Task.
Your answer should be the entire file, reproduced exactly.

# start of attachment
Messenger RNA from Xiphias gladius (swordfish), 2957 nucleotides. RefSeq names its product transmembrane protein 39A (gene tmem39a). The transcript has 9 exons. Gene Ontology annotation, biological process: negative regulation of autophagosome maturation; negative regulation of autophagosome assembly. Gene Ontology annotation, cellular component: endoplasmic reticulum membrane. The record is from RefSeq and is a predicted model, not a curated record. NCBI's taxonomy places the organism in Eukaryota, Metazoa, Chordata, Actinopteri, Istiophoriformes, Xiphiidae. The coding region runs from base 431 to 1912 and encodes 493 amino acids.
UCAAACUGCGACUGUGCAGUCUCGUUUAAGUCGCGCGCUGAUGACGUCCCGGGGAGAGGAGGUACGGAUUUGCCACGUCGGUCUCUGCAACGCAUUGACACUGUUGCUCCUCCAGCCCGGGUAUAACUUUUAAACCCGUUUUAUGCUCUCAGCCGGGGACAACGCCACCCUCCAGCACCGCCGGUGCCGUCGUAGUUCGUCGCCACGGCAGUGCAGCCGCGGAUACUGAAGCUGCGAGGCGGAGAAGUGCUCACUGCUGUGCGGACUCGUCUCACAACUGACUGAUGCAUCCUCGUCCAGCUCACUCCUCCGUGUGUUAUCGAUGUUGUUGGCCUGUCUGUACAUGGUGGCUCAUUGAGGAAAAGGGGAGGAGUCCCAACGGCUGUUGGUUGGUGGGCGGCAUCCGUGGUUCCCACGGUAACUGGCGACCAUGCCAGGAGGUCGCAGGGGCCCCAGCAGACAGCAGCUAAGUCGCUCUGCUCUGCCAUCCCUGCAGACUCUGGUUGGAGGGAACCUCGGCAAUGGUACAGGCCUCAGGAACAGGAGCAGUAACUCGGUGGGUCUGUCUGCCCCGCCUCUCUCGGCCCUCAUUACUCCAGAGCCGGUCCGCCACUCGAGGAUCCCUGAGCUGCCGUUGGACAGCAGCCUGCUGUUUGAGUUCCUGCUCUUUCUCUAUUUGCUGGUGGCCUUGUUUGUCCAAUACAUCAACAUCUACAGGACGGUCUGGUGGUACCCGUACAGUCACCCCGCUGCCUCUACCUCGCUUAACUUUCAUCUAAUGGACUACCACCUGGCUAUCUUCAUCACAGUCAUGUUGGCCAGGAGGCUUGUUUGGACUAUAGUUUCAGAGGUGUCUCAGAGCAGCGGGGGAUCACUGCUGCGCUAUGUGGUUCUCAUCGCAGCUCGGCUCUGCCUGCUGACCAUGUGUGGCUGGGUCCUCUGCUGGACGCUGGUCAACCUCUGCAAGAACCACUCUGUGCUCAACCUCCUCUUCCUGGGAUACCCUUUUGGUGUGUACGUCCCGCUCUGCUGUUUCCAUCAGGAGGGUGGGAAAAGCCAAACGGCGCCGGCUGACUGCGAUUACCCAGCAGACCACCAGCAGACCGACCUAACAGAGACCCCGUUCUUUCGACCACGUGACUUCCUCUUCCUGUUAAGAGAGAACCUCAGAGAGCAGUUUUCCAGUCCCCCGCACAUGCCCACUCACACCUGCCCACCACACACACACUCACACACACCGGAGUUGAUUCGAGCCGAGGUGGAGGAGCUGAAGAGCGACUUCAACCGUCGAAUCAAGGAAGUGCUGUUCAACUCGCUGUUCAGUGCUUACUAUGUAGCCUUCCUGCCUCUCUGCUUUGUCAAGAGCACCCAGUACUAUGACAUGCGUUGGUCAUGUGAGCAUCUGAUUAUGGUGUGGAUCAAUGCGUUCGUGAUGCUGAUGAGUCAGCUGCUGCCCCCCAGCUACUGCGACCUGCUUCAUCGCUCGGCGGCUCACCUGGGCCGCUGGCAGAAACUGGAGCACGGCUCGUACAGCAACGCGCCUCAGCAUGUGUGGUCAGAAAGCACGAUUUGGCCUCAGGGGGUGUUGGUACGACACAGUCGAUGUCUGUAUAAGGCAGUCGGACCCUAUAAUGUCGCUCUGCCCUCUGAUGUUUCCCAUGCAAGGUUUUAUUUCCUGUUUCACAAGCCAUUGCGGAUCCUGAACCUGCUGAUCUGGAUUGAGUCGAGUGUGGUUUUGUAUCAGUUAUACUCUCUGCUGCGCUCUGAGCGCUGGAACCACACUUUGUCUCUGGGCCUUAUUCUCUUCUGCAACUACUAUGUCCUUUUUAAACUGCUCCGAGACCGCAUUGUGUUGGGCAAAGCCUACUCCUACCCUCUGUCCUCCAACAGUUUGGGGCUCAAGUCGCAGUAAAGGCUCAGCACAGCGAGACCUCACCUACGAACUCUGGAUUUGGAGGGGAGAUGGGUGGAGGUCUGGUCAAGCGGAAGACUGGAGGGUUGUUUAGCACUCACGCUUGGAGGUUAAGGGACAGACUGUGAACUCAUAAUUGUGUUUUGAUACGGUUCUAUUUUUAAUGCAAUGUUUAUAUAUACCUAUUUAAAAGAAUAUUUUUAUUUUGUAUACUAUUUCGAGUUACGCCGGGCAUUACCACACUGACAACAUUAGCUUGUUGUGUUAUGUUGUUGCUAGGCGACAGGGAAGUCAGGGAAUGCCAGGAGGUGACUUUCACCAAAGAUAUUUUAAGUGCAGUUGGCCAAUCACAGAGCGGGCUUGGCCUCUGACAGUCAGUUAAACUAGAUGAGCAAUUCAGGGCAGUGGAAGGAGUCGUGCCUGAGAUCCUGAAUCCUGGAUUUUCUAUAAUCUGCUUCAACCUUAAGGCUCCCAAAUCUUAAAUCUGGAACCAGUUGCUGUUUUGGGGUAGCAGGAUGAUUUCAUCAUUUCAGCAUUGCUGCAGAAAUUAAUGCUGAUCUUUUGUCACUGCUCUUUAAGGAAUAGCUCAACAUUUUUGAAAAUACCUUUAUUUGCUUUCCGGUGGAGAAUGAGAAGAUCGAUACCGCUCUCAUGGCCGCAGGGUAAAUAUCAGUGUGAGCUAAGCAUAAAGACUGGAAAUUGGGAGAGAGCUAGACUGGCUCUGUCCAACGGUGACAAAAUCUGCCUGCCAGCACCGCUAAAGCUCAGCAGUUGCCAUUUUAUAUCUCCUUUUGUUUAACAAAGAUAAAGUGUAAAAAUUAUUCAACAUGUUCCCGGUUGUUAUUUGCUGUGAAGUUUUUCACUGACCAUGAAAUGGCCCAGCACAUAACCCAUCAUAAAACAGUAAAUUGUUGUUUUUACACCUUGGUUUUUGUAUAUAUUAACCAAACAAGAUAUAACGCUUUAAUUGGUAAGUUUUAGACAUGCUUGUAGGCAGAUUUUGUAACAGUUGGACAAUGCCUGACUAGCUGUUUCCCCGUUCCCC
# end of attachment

Messenger RNA from Xiphias gladius (swordfish), 2957 nucleotides. RefSeq names its product transmembrane protein 39A (gene tmem39a). The transcript has 9 exons. Gene Ontology annotation, biological process: negative regulation of autophagosome maturation; negative regulation of autophagosome assembly. Gene Ontology annotation, cellular component: endoplasmic reticulum membrane. The record is from RefSeq and is a predicted model, not a curated record. NCBI's taxonomy places the organism in Eukaryota, Metazoa, Chordata, Actinopteri, Istiophoriformes, Xiphiidae. The coding region runs from base 431 to 1912 and encodes 493 amino acids.
UCAAACUGCGACUGUGCAGUCUCGUUUAAGUCGCGCGCUGAUGACGUCCCGGGGAGAGGAGGUACGGAUUUGCCACGUCGGUCUCUGCAACGCAUUGACACUGUUGCUCCUCCAGCCCGGGUAUAACUUUUAAACCCGUUUUAUGCUCUCAGCCGGGGACAACGCCACCCUCCAGCACCGCCGGUGCCGUCGUAGUUCGUCGCCACGGCAGUGCAGCCGCGGAUACUGAAGCUGCGAGGCGGAGAAGUGCUCACUGCUGUGCGGACUCGUCUCACAACUGACUGAUGCAUCCUCGUCCAGCUCACUCCUCCGUGUGUUAUCGAUGUUGUUGGCCUGUCUGUACAUGGUGGCUCAUUGAGGAAAAGGGGAGGAGUCCCAACGGCUGUUGGUUGGUGGGCGGCAUCCGUGGUUCCCACGGUAACUGGCGACCAUGCCAGGAGGUCGCAGGGGCCCCAGCAGACAGCAGCUAAGUCGCUCUGCUCUGCCAUCCCUGCAGACUCUGGUUGGAGGGAACCUCGGCAAUGGUACAGGCCUCAGGAACAGGAGCAGUAACUCGGUGGGUCUGUCUGCCCCGCCUCUCUCGGCCCUCAUUACUCCAGAGCCGGUCCGCCACUCGAGGAUCCCUGAGCUGCCGUUGGACAGCAGCCUGCUGUUUGAGUUCCUGCUCUUUCUCUAUUUGCUGGUGGCCUUGUUUGUCCAAUACAUCAACAUCUACAGGACGGUCUGGUGGUACCCGUACAGUCACCCCGCUGCCUCUACCUCGCUUAACUUUCAUCUAAUGGACUACCACCUGGCUAUCUUCAUCACAGUCAUGUUGGCCAGGAGGCUUGUUUGGACUAUAGUUUCAGAGGUGUCUCAGAGCAGCGGGGGAUCACUGCUGCGCUAUGUGGUUCUCAUCGCAGCUCGGCUCUGCCUGCUGACCAUGUGUGGCUGGGUCCUCUGCUGGACGCUGGUCAACCUCUGCAAGAACCACUCUGUGCUCAACCUCCUCUUCCUGGGAUACCCUUUUGGUGUGUACGUCCCGCUCUGCUGUUUCCAUCAGGAGGGUGGGAAAAGCCAAACGGCGCCGGCUGACUGCGAUUACCCAGCAGACCACCAGCAGACCGACCUAACAGAGACCCCGUUCUUUCGACCACGUGACUUCCUCUUCCUGUUAAGAGAGAACCUCAGAGAGCAGUUUUCCAGUCCCCCGCACAUGCCCACUCACACCUGCCCACCACACACACACUCACACACACCGGAGUUGAUUCGAGCCGAGGUGGAGGAGCUGAAGAGCGACUUCAACCGUCGAAUCAAGGAAGUGCUGUUCAACUCGCUGUUCAGUGCUUACUAUGUAGCCUUCCUGCCUCUCUGCUUUGUCAAGAGCACCCAGUACUAUGACAUGCGUUGGUCAUGUGAGCAUCUGAUUAUGGUGUGGAUCAAUGCGUUCGUGAUGCUGAUGAGUCAGCUGCUGCCCCCCAGCUACUGCGACCUGCUUCAUCGCUCGGCGGCUCACCUGGGCCGCUGGCAGAAACUGGAGCACGGCUCGUACAGCAACGCGCCUCAGCAUGUGUGGUCAGAAAGCACGAUUUGGCCUCAGGGGGUGUUGGUACGACACAGUCGAUGUCUGUAUAAGGCAGUCGGACCCUAUAAUGUCGCUCUGCCCUCUGAUGUUUCCCAUGCAAGGUUUUAUUUCCUGUUUCACAAGCCAUUGCGGAUCCUGAACCUGCUGAUCUGGAUUGAGUCGAGUGUGGUUUUGUAUCAGUUAUACUCUCUGCUGCGCUCUGAGCGCUGGAACCACACUUUGUCUCUGGGCCUUAUUCUCUUCUGCAACUACUAUGUCCUUUUUAAACUGCUCCGAGACCGCAUUGUGUUGGGCAAAGCCUACUCCUACCCUCUGUCCUCCAACAGUUUGGGGCUCAAGUCGCAGUAAAGGCUCAGCACAGCGAGACCUCACCUACGAACUCUGGAUUUGGAGGGGAGAUGGGUGGAGGUCUGGUCAAGCGGAAGACUGGAGGGUUGUUUAGCACUCACGCUUGGAGGUUAAGGGACAGACUGUGAACUCAUAAUUGUGUUUUGAUACGGUUCUAUUUUUAAUGCAAUGUUUAUAUAUACCUAUUUAAAAGAAUAUUUUUAUUUUGUAUACUAUUUCGAGUUACGCCGGGCAUUACCACACUGACAACAUUAGCUUGUUGUGUUAUGUUGUUGCUAGGCGACAGGGAAGUCAGGGAAUGCCAGGAGGUGACUUUCACCAAAGAUAUUUUAAGUGCAGUUGGCCAAUCACAGAGCGGGCUUGGCCUCUGACAGUCAGUUAAACUAGAUGAGCAAUUCAGGGCAGUGGAAGGAGUCGUGCCUGAGAUCCUGAAUCCUGGAUUUUCUAUAAUCUGCUUCAACCUUAAGGCUCCCAAAUCUUAAAUCUGGAACCAGUUGCUGUUUUGGGGUAGCAGGAUGAUUUCAUCAUUUCAGCAUUGCUGCAGAAAUUAAUGCUGAUCUUUUGUCACUGCUCUUUAAGGAAUAGCUCAACAUUUUUGAAAAUACCUUUAUUUGCUUUCCGGUGGAGAAUGAGAAGAUCGAUACCGCUCUCAUGGCCGCAGGGUAAAUAUCAGUGUGAGCUAAGCAUAAAGACUGGAAAUUGGGAGAGAGCUAGACUGGCUCUGUCCAACGGUGACAAAAUCUGCCUGCCAGCACCGCUAAAGCUCAGCAGUUGCCAUUUUAUAUCUCCUUUUGUUUAACAAAGAUAAAGUGUAAAAAUUAUUCAACAUGUUCCCGGUUGUUAUUUGCUGUGAAGUUUUUCACUGACCAUGAAAUGGCCCAGCACAUAACCCAUCAUAAAACAGUAAAUUGUUGUUUUUACACCUUGGUUUUUGUAUAUAUUAACCAAACAAGAUAUAACGCUUUAAUUGGUAAGUUUUAGACAUGCUUGUAGGCAGAUUUUGUAACAGUUGGACAAUGCCUGACUAGCUGUUUCCCCGUUCCCC